It’s just what happens as you find your footing in the aftermath of what’s hard and what hurts. From the things that broke you clean in two, leaving bumps and bruises on that deep soul level… in places you don’t always know exist until you brush against them at just the right angle.
Feel your feelings, let yourself be frustrated even, but don’t stop moving. This kind of healing isn’t linear, which makes it easy to question whether or not you’re making any progress at all… but you are, as long as you keep feeling, keep moving, keep navigating your way through.
Each and every time.
You’ve got this.
Stephenie Zamora is an author and life coach, business and marketing strategist, and founder of CallOfTheVoid.tv., where she merges the worlds of personal development, energy healing, intuitive coaching, writing, and mixed media art to help individuals rise up and come back from the darkest, hardest chapters of life. She guides her clients through the challenging process of re-orienting to their lives, relationships, and work in a way that’s fully aligned with who they’ve become in the aftermath of loss, trauma, depression, and big life changes. After struggling with PTSD, grief, and anxiety from a sudden and traumatic loss, she navigated her own difficult healing journey, and has set out to help others find the purpose of their own path using The Hero’s Journey as a framework. She is also the founder of Stephenie Zamora Media, the author of Awesome Life Tips®, creator of Journey Mapping Sessions, and is currently working on a second book, Unravel. Her work has been featured on The Huffington Post, Yahoo Shine, Elite Daily, Positively Positive, and many other publications over the years. Connect with her on Facebook, Instagram, YouTube, or at www.CallOfTheVoid.tv.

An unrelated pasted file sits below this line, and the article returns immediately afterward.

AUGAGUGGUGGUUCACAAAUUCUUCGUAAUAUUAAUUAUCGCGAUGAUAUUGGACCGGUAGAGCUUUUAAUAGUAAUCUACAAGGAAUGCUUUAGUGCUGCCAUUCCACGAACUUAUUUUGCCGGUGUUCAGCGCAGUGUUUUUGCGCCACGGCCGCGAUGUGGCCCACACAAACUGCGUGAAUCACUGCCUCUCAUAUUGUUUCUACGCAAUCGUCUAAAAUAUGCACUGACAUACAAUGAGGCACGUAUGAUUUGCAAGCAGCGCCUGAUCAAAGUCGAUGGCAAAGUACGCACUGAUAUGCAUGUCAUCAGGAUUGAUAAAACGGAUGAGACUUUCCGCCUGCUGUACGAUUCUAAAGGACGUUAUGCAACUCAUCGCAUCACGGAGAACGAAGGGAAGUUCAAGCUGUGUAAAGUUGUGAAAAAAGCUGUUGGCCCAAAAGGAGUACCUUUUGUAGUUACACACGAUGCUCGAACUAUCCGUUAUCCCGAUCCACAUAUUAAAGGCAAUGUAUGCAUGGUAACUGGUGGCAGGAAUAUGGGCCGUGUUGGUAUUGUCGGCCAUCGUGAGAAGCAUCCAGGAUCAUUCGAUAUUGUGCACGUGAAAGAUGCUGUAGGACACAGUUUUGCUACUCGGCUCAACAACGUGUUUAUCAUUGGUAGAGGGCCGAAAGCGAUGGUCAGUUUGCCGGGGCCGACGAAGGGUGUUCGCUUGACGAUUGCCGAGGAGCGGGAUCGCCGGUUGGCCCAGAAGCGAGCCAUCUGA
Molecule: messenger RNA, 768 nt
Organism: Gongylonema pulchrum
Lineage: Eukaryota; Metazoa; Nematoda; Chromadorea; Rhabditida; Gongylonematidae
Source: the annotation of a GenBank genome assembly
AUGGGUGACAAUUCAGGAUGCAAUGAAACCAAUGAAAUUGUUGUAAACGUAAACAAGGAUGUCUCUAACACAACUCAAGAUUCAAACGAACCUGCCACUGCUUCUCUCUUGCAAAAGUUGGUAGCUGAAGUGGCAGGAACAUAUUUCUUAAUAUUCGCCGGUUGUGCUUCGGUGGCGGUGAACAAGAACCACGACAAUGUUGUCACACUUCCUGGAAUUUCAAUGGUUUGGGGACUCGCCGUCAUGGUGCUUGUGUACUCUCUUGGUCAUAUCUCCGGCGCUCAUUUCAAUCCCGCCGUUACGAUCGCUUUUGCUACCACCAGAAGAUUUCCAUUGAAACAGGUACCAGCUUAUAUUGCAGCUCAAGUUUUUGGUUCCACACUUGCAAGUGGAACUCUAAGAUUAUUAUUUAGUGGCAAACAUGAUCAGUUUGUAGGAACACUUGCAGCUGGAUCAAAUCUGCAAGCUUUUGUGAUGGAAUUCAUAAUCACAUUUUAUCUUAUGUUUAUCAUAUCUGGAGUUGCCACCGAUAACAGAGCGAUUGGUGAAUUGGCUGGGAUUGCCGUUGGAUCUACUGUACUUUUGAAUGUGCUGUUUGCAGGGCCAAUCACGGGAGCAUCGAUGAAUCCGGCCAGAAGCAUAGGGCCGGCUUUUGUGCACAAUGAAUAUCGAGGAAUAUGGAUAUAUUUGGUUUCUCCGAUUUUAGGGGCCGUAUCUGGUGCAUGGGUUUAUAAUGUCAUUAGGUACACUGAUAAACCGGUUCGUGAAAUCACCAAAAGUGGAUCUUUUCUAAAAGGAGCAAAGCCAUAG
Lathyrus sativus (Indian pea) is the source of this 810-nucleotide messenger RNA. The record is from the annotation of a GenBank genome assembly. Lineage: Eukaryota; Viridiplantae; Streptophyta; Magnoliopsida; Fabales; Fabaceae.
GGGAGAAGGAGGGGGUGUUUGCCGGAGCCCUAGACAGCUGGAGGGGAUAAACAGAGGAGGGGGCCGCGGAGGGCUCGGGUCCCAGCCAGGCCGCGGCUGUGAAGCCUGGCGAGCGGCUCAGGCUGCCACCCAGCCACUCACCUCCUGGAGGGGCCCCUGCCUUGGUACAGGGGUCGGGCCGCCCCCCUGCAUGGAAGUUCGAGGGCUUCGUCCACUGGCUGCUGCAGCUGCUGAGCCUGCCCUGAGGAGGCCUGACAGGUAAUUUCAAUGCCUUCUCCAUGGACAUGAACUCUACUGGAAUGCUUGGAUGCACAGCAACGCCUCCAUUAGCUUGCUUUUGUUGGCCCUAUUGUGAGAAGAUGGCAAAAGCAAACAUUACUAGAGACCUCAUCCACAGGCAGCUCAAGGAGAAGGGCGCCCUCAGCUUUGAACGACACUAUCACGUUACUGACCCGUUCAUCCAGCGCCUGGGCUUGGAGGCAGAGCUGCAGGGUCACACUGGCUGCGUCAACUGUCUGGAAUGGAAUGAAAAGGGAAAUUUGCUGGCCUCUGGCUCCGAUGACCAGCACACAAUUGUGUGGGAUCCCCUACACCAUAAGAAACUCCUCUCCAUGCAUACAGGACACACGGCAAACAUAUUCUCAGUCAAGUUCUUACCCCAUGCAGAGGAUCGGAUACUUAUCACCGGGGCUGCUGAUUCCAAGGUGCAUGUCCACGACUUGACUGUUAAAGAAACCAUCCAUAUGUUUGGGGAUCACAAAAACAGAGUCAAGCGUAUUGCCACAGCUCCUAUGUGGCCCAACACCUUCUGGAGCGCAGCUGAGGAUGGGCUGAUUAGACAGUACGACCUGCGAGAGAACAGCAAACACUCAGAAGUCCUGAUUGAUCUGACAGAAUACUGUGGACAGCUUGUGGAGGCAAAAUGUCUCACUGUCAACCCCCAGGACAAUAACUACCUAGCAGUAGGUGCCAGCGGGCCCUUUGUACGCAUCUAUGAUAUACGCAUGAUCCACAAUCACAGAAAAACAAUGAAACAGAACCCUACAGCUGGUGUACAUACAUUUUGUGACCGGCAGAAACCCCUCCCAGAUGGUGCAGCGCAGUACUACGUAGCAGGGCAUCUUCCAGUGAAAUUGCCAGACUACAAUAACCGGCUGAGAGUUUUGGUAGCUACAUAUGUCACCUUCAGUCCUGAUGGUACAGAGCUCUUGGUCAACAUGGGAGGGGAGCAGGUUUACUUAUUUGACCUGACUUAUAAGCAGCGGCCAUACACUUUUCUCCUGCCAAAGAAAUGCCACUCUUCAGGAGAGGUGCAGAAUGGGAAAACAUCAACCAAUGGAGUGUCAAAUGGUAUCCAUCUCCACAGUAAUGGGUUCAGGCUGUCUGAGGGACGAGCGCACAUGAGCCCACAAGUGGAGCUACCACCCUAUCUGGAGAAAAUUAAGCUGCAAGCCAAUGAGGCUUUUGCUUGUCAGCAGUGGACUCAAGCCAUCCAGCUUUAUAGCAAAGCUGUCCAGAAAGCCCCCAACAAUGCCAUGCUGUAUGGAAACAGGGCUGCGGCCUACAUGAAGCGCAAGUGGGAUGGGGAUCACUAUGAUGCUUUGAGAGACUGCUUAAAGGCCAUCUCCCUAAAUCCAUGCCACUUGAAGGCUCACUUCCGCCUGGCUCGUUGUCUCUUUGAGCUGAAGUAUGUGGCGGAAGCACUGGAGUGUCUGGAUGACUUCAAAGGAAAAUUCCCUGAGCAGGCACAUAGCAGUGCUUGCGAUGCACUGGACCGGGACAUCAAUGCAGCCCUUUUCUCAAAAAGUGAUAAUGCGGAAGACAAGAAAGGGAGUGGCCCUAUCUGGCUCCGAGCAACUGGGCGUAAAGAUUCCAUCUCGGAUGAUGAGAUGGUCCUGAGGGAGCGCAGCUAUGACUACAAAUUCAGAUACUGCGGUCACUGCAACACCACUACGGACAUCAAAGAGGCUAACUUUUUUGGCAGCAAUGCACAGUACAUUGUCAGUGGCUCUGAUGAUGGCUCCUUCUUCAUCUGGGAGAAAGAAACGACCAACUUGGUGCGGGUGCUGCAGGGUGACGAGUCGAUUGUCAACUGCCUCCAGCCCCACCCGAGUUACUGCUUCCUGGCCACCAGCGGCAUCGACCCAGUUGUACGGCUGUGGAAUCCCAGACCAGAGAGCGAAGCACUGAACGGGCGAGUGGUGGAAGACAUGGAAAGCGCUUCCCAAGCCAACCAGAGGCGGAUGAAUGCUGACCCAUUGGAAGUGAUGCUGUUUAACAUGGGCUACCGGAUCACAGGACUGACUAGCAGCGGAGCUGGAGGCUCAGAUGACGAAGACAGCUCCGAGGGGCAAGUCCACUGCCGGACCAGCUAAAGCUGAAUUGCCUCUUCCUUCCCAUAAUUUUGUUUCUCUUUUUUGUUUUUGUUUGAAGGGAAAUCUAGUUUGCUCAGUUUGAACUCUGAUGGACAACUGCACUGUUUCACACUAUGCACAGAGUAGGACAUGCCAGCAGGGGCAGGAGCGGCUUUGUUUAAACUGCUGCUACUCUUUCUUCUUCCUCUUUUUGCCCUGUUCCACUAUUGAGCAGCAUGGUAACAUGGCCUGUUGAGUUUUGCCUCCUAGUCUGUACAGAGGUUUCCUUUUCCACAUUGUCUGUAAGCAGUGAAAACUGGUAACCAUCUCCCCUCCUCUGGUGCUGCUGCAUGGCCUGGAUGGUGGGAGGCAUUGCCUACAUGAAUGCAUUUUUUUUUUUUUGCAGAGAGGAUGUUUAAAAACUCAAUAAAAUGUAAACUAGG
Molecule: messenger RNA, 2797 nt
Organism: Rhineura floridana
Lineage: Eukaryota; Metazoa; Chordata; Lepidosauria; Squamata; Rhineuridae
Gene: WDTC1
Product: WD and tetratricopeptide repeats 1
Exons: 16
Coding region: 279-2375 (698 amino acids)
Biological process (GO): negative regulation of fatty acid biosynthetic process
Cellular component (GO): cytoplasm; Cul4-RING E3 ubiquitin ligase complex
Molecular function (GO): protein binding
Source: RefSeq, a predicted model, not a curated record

Image courtesy of Joe Gardner.
We went to New York for some festive shopping…and took a trip down memory lane. We lived in New York for a few years and with as many years away, the City was still as familiar as ever.
NYC is my favourite city in the world actually. It has an energy like nowhere else somehow. But New York has personal significance for me too. Some of my most life-changing decisions have been made there.
I decided to look away from my 15-year tour of duty in PR on the Brooklyn Bridge. Both our children celebrated their first birthdays in New York too. I have many memories of those days my arms felt locked onto a stroller as we went ‘everywhere’ and ‘did everything’ on our NY bucket list. And some that weren’t. I can still recite the displays at Intrepid!